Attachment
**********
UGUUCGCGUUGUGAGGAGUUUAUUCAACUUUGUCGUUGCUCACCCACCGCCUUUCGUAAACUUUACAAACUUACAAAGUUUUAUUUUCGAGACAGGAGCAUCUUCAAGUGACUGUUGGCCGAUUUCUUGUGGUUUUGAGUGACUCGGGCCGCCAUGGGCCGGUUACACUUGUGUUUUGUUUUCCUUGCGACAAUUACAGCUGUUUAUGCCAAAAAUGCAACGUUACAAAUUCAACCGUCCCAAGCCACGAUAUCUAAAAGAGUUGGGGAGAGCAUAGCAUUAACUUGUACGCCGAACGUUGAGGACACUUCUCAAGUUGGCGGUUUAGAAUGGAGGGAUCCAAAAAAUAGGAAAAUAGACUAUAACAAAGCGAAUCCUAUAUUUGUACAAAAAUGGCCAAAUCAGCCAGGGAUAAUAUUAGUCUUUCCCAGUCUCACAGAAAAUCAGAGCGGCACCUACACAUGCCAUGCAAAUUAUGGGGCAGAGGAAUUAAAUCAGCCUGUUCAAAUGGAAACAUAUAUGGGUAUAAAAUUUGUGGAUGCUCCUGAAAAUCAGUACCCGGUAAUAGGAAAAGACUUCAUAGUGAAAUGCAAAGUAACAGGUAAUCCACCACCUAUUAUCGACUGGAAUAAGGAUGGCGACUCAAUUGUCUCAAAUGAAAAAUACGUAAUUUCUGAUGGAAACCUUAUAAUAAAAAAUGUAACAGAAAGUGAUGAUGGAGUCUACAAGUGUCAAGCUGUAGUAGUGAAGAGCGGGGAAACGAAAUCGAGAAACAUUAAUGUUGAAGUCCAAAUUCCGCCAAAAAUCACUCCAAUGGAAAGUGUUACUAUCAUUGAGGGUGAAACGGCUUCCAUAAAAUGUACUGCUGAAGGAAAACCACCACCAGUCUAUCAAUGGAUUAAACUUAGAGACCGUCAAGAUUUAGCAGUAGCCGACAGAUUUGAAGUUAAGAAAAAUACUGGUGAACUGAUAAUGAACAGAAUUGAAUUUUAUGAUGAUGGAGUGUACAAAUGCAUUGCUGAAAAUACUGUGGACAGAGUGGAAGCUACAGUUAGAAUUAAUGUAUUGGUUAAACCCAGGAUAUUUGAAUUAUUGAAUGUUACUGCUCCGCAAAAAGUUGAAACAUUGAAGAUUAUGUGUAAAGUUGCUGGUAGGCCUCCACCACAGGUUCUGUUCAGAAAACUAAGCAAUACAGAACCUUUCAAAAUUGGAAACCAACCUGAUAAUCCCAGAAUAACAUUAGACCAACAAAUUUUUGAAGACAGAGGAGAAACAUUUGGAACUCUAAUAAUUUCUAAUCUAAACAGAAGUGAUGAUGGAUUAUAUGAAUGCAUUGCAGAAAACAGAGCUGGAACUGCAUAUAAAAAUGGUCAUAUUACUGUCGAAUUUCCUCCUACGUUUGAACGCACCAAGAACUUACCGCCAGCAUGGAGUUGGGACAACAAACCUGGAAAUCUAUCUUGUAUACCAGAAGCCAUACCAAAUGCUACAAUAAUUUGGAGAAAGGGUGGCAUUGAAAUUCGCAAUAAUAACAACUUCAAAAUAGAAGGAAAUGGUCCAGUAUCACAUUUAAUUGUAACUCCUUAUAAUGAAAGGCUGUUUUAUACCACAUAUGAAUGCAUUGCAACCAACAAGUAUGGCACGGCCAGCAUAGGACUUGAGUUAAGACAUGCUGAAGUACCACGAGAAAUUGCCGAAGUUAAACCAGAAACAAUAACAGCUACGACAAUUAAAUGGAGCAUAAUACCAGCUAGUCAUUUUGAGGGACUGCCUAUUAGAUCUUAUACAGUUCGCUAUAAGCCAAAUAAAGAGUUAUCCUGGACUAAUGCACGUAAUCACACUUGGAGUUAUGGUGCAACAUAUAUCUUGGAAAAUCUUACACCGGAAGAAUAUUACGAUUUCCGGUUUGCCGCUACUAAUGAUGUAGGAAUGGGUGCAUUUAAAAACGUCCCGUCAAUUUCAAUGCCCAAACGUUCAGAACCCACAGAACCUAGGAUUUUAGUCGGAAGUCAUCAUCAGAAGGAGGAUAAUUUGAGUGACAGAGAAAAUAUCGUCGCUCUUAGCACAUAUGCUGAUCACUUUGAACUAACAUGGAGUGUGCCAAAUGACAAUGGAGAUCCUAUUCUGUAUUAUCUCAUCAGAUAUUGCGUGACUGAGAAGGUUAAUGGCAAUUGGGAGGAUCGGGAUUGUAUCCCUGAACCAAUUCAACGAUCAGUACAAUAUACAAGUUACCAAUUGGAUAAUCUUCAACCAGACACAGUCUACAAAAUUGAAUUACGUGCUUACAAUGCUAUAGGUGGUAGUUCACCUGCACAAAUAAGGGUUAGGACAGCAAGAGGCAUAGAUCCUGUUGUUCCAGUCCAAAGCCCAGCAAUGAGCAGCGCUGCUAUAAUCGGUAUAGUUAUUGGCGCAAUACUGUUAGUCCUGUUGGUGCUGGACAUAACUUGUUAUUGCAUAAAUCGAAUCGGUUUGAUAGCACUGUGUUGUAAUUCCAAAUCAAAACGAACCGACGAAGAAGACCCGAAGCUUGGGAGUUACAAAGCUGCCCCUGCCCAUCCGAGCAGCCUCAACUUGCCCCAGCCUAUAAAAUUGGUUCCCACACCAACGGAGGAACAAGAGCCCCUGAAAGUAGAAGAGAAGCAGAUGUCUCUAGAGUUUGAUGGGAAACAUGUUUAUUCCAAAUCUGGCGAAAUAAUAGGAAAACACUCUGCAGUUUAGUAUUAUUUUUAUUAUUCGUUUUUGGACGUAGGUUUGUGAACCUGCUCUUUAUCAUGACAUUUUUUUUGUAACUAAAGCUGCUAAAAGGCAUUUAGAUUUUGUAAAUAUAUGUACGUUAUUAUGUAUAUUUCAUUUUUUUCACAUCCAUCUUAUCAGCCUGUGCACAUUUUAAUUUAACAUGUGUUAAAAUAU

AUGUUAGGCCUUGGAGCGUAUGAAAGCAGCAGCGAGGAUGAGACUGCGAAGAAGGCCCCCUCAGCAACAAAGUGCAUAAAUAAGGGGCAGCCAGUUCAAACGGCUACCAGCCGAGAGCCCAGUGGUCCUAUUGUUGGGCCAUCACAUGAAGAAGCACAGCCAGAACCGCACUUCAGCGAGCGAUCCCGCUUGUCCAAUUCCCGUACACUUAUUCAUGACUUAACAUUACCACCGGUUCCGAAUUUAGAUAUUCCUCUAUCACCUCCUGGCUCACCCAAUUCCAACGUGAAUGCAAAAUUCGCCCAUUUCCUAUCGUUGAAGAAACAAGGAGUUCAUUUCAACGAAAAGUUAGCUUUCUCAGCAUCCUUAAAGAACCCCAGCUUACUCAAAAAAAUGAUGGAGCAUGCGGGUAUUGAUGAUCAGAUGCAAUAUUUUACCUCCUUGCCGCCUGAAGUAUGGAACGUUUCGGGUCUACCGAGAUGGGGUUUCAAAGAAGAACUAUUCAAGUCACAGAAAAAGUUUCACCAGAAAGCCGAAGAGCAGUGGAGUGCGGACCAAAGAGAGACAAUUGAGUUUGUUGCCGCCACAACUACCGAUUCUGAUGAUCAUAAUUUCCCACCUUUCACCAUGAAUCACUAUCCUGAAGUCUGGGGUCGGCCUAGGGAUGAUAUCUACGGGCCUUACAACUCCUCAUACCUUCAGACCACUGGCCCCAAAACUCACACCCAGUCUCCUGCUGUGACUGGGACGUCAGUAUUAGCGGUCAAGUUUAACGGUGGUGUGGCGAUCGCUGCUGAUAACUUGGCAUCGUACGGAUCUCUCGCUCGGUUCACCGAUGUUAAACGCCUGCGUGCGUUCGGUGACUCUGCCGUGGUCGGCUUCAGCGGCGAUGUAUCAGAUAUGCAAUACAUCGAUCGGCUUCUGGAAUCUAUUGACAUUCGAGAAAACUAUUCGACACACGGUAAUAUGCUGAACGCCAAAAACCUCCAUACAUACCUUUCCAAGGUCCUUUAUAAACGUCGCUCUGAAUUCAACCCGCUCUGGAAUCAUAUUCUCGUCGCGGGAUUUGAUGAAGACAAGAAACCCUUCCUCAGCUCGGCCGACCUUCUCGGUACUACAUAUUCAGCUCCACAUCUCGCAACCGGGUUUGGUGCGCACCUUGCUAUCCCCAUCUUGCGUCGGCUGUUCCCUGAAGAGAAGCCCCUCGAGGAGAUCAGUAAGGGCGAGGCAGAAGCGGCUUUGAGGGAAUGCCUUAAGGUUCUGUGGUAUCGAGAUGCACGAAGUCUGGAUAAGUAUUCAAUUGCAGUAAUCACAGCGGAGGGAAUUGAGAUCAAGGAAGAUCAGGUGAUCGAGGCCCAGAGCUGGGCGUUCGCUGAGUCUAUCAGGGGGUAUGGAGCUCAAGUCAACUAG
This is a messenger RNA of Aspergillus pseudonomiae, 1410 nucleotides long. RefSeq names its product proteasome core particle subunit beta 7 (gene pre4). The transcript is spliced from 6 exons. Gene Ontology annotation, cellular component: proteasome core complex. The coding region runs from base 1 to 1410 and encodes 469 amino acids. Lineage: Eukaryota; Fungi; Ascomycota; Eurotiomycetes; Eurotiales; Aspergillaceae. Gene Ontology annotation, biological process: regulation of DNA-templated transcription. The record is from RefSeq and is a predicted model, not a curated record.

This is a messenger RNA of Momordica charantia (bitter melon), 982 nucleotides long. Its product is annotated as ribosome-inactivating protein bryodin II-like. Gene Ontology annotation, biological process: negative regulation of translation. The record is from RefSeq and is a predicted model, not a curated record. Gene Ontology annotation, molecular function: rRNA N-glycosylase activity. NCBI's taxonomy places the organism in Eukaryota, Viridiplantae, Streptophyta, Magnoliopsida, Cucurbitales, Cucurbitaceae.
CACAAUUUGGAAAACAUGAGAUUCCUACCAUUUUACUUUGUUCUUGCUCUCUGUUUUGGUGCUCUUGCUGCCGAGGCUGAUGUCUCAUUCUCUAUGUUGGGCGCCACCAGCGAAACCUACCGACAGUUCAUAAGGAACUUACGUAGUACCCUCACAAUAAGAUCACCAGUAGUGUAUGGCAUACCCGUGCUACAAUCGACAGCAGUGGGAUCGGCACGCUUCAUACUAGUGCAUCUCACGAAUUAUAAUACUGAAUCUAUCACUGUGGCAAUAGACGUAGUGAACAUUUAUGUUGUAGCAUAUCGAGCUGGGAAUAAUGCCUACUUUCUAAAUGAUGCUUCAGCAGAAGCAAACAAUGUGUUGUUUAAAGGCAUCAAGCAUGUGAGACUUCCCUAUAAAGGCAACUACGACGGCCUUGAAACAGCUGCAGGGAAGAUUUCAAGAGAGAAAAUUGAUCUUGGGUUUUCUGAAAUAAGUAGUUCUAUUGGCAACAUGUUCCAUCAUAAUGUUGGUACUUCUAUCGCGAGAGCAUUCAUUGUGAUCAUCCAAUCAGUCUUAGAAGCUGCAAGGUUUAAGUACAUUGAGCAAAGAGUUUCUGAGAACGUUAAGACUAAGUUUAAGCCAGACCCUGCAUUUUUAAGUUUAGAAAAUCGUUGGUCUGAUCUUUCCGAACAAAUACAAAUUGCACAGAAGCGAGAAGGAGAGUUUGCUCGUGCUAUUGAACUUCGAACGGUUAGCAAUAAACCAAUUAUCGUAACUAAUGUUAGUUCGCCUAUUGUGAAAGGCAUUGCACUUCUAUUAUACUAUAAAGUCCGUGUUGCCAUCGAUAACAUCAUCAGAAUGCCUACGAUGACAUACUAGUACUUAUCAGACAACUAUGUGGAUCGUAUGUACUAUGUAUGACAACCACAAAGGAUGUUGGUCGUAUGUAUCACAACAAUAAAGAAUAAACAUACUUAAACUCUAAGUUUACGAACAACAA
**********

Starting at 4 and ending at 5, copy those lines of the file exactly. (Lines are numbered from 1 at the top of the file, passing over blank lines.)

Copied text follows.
This is a messenger RNA of Momordica charantia (bitter melon), 982 nucleotides long. Its product is annotated as ribosome-inactivating protein bryodin II-like. Gene Ontology annotation, biological process: negative regulation of translation. The record is from RefSeq and is a predicted model, not a curated record. Gene Ontology annotation, molecular function: rRNA N-glycosylase activity. NCBI's taxonomy places the organism in Eukaryota, Viridiplantae, Streptophyta, Magnoliopsida, Cucurbitales, Cucurbitaceae.
CACAAUUUGGAAAACAUGAGAUUCCUACCAUUUUACUUUGUUCUUGCUCUCUGUUUUGGUGCUCUUGCUGCCGAGGCUGAUGUCUCAUUCUCUAUGUUGGGCGCCACCAGCGAAACCUACCGACAGUUCAUAAGGAACUUACGUAGUACCCUCACAAUAAGAUCACCAGUAGUGUAUGGCAUACCCGUGCUACAAUCGACAGCAGUGGGAUCGGCACGCUUCAUACUAGUGCAUCUCACGAAUUAUAAUACUGAAUCUAUCACUGUGGCAAUAGACGUAGUGAACAUUUAUGUUGUAGCAUAUCGAGCUGGGAAUAAUGCCUACUUUCUAAAUGAUGCUUCAGCAGAAGCAAACAAUGUGUUGUUUAAAGGCAUCAAGCAUGUGAGACUUCCCUAUAAAGGCAACUACGACGGCCUUGAAACAGCUGCAGGGAAGAUUUCAAGAGAGAAAAUUGAUCUUGGGUUUUCUGAAAUAAGUAGUUCUAUUGGCAACAUGUUCCAUCAUAAUGUUGGUACUUCUAUCGCGAGAGCAUUCAUUGUGAUCAUCCAAUCAGUCUUAGAAGCUGCAAGGUUUAAGUACAUUGAGCAAAGAGUUUCUGAGAACGUUAAGACUAAGUUUAAGCCAGACCCUGCAUUUUUAAGUUUAGAAAAUCGUUGGUCUGAUCUUUCCGAACAAAUACAAAUUGCACAGAAGCGAGAAGGAGAGUUUGCUCGUGCUAUUGAACUUCGAACGGUUAGCAAUAAACCAAUUAUCGUAACUAAUGUUAGUUCGCCUAUUGUGAAAGGCAUUGCACUUCUAUUAUACUAUAAAGUCCGUGUUGCCAUCGAUAACAUCAUCAGAAUGCCUACGAUGACAUACUAGUACUUAUCAGACAACUAUGUGGAUCGUAUGUACUAUGUAUGACAACCACAAAGGAUGUUGGUCGUAUGUAUCACAACAAUAAAGAAUAAACAUACUUAAACUCUAAGUUUACGAACAACAA